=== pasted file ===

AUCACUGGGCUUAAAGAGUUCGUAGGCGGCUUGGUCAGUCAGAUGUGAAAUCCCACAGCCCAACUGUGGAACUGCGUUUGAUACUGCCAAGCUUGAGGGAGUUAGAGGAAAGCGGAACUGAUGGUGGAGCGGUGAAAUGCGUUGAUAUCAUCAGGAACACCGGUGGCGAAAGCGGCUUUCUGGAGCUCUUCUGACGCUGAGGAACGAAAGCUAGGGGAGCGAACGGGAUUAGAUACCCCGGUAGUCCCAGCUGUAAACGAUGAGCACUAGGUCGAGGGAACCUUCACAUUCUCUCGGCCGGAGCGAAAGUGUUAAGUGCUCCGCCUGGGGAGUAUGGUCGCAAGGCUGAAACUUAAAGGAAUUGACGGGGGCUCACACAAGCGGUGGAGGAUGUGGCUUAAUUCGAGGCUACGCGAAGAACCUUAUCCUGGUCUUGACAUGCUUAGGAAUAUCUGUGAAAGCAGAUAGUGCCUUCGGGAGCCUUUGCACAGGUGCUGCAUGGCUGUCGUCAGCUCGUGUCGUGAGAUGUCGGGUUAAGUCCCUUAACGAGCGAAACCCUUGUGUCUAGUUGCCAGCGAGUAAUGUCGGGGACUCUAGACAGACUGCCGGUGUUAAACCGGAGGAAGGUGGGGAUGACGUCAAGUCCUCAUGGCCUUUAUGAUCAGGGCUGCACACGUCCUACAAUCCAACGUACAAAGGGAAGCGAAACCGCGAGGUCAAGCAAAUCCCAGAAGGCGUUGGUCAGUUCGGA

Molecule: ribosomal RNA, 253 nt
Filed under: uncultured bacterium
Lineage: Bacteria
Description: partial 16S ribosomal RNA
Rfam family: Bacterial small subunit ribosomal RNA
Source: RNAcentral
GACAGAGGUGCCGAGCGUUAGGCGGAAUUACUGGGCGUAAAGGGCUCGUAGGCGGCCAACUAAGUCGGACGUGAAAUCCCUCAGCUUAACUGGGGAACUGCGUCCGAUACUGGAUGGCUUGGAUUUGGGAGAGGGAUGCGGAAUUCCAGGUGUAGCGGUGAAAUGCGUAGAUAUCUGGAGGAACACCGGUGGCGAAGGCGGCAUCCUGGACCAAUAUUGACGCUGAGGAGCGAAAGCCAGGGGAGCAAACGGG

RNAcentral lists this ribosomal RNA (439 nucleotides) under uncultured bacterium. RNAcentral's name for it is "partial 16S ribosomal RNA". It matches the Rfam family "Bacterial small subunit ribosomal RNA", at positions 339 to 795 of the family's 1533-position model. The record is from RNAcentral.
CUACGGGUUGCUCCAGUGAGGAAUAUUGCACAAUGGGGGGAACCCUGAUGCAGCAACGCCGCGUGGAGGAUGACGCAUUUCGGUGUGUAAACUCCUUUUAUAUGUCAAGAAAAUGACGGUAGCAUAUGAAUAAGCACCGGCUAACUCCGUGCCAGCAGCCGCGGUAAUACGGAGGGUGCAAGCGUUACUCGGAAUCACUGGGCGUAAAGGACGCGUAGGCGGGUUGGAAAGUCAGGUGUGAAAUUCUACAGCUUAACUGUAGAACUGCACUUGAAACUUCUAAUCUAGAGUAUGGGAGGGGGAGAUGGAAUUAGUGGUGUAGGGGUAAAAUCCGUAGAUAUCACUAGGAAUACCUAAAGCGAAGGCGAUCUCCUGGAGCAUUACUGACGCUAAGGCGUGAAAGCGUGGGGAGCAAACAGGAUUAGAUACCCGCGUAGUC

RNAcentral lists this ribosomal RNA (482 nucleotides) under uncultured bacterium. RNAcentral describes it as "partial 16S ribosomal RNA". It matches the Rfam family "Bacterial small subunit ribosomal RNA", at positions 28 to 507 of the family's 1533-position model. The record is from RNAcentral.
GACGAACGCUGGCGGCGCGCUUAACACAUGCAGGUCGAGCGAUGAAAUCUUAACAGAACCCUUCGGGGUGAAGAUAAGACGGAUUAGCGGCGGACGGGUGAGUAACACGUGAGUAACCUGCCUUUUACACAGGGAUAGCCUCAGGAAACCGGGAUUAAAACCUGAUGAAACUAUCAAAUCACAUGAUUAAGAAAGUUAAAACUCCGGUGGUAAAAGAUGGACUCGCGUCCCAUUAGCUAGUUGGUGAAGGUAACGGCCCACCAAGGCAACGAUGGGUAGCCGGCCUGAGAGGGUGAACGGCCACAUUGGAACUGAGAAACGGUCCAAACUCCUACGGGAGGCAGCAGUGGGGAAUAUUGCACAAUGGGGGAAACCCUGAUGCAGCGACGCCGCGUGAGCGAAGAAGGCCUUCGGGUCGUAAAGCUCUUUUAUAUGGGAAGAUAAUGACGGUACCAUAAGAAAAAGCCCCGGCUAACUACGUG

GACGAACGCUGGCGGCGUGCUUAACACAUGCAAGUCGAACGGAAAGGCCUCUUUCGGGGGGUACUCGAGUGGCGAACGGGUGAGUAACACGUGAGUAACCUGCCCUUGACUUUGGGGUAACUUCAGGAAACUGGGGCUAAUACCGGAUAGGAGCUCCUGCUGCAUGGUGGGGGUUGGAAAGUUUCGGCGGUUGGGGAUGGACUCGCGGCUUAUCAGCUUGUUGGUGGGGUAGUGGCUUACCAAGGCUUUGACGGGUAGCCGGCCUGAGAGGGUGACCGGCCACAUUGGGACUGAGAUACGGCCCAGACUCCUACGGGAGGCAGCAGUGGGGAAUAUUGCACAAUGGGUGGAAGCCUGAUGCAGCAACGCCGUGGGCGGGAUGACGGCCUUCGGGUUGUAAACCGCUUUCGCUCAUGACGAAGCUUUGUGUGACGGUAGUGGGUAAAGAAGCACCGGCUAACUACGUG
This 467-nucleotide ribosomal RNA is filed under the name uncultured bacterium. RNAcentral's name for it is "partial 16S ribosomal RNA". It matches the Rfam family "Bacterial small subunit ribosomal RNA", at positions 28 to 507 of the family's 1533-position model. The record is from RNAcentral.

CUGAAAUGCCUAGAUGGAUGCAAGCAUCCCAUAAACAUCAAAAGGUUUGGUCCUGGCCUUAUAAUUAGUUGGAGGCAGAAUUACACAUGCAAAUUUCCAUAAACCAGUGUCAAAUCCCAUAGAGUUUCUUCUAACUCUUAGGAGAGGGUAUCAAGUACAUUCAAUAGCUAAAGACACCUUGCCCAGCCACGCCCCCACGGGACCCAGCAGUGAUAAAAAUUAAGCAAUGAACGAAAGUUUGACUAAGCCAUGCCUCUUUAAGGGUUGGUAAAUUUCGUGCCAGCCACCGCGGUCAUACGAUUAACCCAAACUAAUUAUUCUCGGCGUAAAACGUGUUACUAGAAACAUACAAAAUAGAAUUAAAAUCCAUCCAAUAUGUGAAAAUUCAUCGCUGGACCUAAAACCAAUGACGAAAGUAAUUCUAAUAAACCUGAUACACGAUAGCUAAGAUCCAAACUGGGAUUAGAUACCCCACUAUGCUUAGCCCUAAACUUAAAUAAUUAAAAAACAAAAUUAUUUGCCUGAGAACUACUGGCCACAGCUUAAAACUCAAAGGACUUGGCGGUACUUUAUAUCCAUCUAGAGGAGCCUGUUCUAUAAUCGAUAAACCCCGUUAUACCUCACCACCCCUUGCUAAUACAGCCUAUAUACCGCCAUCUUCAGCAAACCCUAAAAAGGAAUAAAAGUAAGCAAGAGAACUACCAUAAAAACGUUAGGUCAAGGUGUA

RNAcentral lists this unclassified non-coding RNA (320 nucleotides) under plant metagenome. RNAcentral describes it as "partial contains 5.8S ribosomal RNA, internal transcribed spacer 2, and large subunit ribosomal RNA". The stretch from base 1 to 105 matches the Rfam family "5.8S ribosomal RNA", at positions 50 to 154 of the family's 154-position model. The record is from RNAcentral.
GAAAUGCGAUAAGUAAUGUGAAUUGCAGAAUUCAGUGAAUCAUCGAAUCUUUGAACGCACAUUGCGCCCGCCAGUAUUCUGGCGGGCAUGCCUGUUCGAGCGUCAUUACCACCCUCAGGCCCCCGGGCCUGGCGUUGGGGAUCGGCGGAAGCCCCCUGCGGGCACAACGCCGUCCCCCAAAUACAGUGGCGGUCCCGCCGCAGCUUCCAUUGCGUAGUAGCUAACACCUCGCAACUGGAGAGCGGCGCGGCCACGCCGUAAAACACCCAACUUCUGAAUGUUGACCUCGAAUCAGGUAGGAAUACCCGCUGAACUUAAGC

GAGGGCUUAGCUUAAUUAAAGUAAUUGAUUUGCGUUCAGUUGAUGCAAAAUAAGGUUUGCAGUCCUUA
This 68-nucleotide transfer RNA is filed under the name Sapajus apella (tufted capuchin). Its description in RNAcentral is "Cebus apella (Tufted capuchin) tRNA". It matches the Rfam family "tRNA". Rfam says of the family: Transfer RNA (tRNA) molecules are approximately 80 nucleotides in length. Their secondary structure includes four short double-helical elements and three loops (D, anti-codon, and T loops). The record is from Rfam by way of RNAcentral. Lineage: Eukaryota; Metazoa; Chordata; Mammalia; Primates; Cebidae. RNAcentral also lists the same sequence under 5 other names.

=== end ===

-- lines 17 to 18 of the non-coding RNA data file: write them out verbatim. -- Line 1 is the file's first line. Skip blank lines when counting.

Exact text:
GAAAUGCGAUAAGUAAUGUGAAUUGCAGAAUUCAGUGAAUCAUCGAAUCUUUGAACGCACAUUGCGCCCGCCAGUAUUCUGGCGGGCAUGCCUGUUCGAGCGUCAUUACCACCCUCAGGCCCCCGGGCCUGGCGUUGGGGAUCGGCGGAAGCCCCCUGCGGGCACAACGCCGUCCCCCAAAUACAGUGGCGGUCCCGCCGCAGCUUCCAUUGCGUAGUAGCUAACACCUCGCAACUGGAGAGCGGCGCGGCCACGCCGUAAAACACCCAACUUCUGAAUGUUGACCUCGAAUCAGGUAGGAAUACCCGCUGAACUUAAGC

GAGGGCUUAGCUUAAUUAAAGUAAUUGAUUUGCGUUCAGUUGAUGCAAAAUAAGGUUUGCAGUCCUUA